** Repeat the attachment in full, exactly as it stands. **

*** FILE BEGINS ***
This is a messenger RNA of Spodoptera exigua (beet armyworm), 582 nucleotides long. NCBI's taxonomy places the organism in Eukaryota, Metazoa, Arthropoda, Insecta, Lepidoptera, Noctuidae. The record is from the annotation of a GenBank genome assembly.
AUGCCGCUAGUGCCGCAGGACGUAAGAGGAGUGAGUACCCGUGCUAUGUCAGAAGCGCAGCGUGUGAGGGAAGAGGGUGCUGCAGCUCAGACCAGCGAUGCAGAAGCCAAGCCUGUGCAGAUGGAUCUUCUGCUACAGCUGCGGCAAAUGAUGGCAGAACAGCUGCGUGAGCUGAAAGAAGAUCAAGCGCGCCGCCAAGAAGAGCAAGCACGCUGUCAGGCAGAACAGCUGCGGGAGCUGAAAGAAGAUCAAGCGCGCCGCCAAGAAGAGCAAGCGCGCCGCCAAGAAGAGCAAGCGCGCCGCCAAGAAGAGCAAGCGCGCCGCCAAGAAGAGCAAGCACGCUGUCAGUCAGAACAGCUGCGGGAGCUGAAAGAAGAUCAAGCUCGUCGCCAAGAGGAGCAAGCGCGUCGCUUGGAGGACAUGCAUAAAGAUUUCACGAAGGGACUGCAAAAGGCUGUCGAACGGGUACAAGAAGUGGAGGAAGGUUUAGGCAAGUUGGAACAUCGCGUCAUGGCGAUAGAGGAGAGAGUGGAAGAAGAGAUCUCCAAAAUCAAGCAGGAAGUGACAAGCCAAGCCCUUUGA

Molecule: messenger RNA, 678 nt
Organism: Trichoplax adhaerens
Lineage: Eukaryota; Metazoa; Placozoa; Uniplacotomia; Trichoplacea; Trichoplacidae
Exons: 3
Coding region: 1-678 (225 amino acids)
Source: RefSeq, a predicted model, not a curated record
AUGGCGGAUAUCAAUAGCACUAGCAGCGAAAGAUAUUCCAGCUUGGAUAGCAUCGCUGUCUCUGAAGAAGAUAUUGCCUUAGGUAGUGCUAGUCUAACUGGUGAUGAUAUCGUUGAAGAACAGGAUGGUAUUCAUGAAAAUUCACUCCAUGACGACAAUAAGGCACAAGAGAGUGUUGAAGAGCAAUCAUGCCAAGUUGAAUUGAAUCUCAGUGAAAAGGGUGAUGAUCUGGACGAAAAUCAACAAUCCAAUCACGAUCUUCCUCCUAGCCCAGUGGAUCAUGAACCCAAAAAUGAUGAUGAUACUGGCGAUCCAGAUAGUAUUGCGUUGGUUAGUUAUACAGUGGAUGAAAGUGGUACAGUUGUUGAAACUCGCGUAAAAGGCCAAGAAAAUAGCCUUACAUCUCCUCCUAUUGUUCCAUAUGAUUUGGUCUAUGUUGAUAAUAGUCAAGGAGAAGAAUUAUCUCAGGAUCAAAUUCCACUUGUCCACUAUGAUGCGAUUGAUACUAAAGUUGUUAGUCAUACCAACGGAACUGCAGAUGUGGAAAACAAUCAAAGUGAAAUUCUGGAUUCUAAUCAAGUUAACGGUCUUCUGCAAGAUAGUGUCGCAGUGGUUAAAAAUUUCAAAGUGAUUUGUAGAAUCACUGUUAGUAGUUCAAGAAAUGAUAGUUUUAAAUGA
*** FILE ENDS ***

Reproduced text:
This is a messenger RNA of Spodoptera exigua (beet armyworm), 582 nucleotides long. NCBI's taxonomy places the organism in Eukaryota, Metazoa, Arthropoda, Insecta, Lepidoptera, Noctuidae. The record is from the annotation of a GenBank genome assembly.
AUGCCGCUAGUGCCGCAGGACGUAAGAGGAGUGAGUACCCGUGCUAUGUCAGAAGCGCAGCGUGUGAGGGAAGAGGGUGCUGCAGCUCAGACCAGCGAUGCAGAAGCCAAGCCUGUGCAGAUGGAUCUUCUGCUACAGCUGCGGCAAAUGAUGGCAGAACAGCUGCGUGAGCUGAAAGAAGAUCAAGCGCGCCGCCAAGAAGAGCAAGCACGCUGUCAGGCAGAACAGCUGCGGGAGCUGAAAGAAGAUCAAGCGCGCCGCCAAGAAGAGCAAGCGCGCCGCCAAGAAGAGCAAGCGCGCCGCCAAGAAGAGCAAGCGCGCCGCCAAGAAGAGCAAGCACGCUGUCAGUCAGAACAGCUGCGGGAGCUGAAAGAAGAUCAAGCUCGUCGCCAAGAGGAGCAAGCGCGUCGCUUGGAGGACAUGCAUAAAGAUUUCACGAAGGGACUGCAAAAGGCUGUCGAACGGGUACAAGAAGUGGAGGAAGGUUUAGGCAAGUUGGAACAUCGCGUCAUGGCGAUAGAGGAGAGAGUGGAAGAAGAGAUCUCCAAAAUCAAGCAGGAAGUGACAAGCCAAGCCCUUUGA

Molecule: messenger RNA, 678 nt
Organism: Trichoplax adhaerens
Lineage: Eukaryota; Metazoa; Placozoa; Uniplacotomia; Trichoplacea; Trichoplacidae
Exons: 3
Coding region: 1-678 (225 amino acids)
Source: RefSeq, a predicted model, not a curated record
AUGGCGGAUAUCAAUAGCACUAGCAGCGAAAGAUAUUCCAGCUUGGAUAGCAUCGCUGUCUCUGAAGAAGAUAUUGCCUUAGGUAGUGCUAGUCUAACUGGUGAUGAUAUCGUUGAAGAACAGGAUGGUAUUCAUGAAAAUUCACUCCAUGACGACAAUAAGGCACAAGAGAGUGUUGAAGAGCAAUCAUGCCAAGUUGAAUUGAAUCUCAGUGAAAAGGGUGAUGAUCUGGACGAAAAUCAACAAUCCAAUCACGAUCUUCCUCCUAGCCCAGUGGAUCAUGAACCCAAAAAUGAUGAUGAUACUGGCGAUCCAGAUAGUAUUGCGUUGGUUAGUUAUACAGUGGAUGAAAGUGGUACAGUUGUUGAAACUCGCGUAAAAGGCCAAGAAAAUAGCCUUACAUCUCCUCCUAUUGUUCCAUAUGAUUUGGUCUAUGUUGAUAAUAGUCAAGGAGAAGAAUUAUCUCAGGAUCAAAUUCCACUUGUCCACUAUGAUGCGAUUGAUACUAAAGUUGUUAGUCAUACCAACGGAACUGCAGAUGUGGAAAACAAUCAAAGUGAAAUUCUGGAUUCUAAUCAAGUUAACGGUCUUCUGCAAGAUAGUGUCGCAGUGGUUAAAAAUUUCAAAGUGAUUUGUAGAAUCACUGUUAGUAGUUCAAGAAAUGAUAGUUUUAAAUGA